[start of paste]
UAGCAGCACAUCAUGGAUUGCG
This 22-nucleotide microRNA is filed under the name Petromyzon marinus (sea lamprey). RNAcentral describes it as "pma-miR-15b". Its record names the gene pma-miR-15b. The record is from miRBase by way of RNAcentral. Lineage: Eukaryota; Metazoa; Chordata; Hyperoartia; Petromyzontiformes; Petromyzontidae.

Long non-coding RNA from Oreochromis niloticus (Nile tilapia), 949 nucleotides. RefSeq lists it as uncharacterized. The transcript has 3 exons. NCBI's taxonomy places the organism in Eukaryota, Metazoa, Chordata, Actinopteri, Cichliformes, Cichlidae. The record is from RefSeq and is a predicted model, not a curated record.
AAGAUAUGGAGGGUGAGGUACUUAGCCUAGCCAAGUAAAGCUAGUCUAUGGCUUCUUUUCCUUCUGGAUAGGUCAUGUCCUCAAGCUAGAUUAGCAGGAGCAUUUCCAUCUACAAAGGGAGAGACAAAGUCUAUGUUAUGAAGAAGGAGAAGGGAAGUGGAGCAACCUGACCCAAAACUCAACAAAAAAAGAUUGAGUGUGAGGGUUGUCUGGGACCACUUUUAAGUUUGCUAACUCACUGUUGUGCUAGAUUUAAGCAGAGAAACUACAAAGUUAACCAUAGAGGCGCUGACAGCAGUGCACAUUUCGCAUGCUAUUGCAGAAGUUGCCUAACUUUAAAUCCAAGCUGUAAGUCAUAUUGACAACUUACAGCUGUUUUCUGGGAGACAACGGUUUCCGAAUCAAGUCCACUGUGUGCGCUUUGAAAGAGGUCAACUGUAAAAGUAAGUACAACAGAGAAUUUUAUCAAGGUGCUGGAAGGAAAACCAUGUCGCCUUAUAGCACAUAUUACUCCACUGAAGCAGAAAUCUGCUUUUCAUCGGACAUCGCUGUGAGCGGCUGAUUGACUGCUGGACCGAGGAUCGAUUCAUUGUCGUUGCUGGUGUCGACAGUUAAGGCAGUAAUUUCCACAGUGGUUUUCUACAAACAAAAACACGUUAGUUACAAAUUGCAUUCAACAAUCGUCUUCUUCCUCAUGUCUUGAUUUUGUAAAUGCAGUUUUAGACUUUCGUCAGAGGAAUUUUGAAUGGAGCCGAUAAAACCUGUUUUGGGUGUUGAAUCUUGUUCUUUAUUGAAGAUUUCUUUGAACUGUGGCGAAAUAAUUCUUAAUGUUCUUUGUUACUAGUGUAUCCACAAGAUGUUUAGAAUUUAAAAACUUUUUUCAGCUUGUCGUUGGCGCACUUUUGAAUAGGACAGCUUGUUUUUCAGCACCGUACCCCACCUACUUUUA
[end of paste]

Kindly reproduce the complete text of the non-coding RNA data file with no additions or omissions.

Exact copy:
UAGCAGCACAUCAUGGAUUGCG
This 22-nucleotide microRNA is filed under the name Petromyzon marinus (sea lamprey). RNAcentral describes it as "pma-miR-15b". Its record names the gene pma-miR-15b. The record is from miRBase by way of RNAcentral. Lineage: Eukaryota; Metazoa; Chordata; Hyperoartia; Petromyzontiformes; Petromyzontidae.

Long non-coding RNA from Oreochromis niloticus (Nile tilapia), 949 nucleotides. RefSeq lists it as uncharacterized. The transcript has 3 exons. NCBI's taxonomy places the organism in Eukaryota, Metazoa, Chordata, Actinopteri, Cichliformes, Cichlidae. The record is from RefSeq and is a predicted model, not a curated record.
AAGAUAUGGAGGGUGAGGUACUUAGCCUAGCCAAGUAAAGCUAGUCUAUGGCUUCUUUUCCUUCUGGAUAGGUCAUGUCCUCAAGCUAGAUUAGCAGGAGCAUUUCCAUCUACAAAGGGAGAGACAAAGUCUAUGUUAUGAAGAAGGAGAAGGGAAGUGGAGCAACCUGACCCAAAACUCAACAAAAAAAGAUUGAGUGUGAGGGUUGUCUGGGACCACUUUUAAGUUUGCUAACUCACUGUUGUGCUAGAUUUAAGCAGAGAAACUACAAAGUUAACCAUAGAGGCGCUGACAGCAGUGCACAUUUCGCAUGCUAUUGCAGAAGUUGCCUAACUUUAAAUCCAAGCUGUAAGUCAUAUUGACAACUUACAGCUGUUUUCUGGGAGACAACGGUUUCCGAAUCAAGUCCACUGUGUGCGCUUUGAAAGAGGUCAACUGUAAAAGUAAGUACAACAGAGAAUUUUAUCAAGGUGCUGGAAGGAAAACCAUGUCGCCUUAUAGCACAUAUUACUCCACUGAAGCAGAAAUCUGCUUUUCAUCGGACAUCGCUGUGAGCGGCUGAUUGACUGCUGGACCGAGGAUCGAUUCAUUGUCGUUGCUGGUGUCGACAGUUAAGGCAGUAAUUUCCACAGUGGUUUUCUACAAACAAAAACACGUUAGUUACAAAUUGCAUUCAACAAUCGUCUUCUUCCUCAUGUCUUGAUUUUGUAAAUGCAGUUUUAGACUUUCGUCAGAGGAAUUUUGAAUGGAGCCGAUAAAACCUGUUUUGGGUGUUGAAUCUUGUUCUUUAUUGAAGAUUUCUUUGAACUGUGGCGAAAUAAUUCUUAAUGUUCUUUGUUACUAGUGUAUCCACAAGAUGUUUAGAAUUUAAAAACUUUUUUCAGCUUGUCGUUGGCGCACUUUUGAAUAGGACAGCUUGUUUUUCAGCACCGUACCCCACCUACUUUUA